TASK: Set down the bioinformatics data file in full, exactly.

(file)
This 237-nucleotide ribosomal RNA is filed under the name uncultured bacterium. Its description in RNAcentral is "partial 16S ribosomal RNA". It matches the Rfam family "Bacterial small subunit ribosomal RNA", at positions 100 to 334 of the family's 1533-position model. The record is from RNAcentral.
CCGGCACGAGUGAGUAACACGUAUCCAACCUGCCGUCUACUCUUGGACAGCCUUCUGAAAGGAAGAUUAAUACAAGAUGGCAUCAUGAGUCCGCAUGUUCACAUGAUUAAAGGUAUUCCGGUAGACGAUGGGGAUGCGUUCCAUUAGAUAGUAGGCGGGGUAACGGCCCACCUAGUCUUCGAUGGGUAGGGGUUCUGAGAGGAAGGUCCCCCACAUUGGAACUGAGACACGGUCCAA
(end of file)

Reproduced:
This 237-nucleotide ribosomal RNA is filed under the name uncultured bacterium. Its description in RNAcentral is "partial 16S ribosomal RNA". It matches the Rfam family "Bacterial small subunit ribosomal RNA", at positions 100 to 334 of the family's 1533-position model. The record is from RNAcentral.
CCGGCACGAGUGAGUAACACGUAUCCAACCUGCCGUCUACUCUUGGACAGCCUUCUGAAAGGAAGAUUAAUACAAGAUGGCAUCAUGAGUCCGCAUGUUCACAUGAUUAAAGGUAUUCCGGUAGACGAUGGGGAUGCGUUCCAUUAGAUAGUAGGCGGGGUAACGGCCCACCUAGUCUUCGAUGGGUAGGGGUUCUGAGAGGAAGGUCCCCCACAUUGGAACUGAGACACGGUCCAA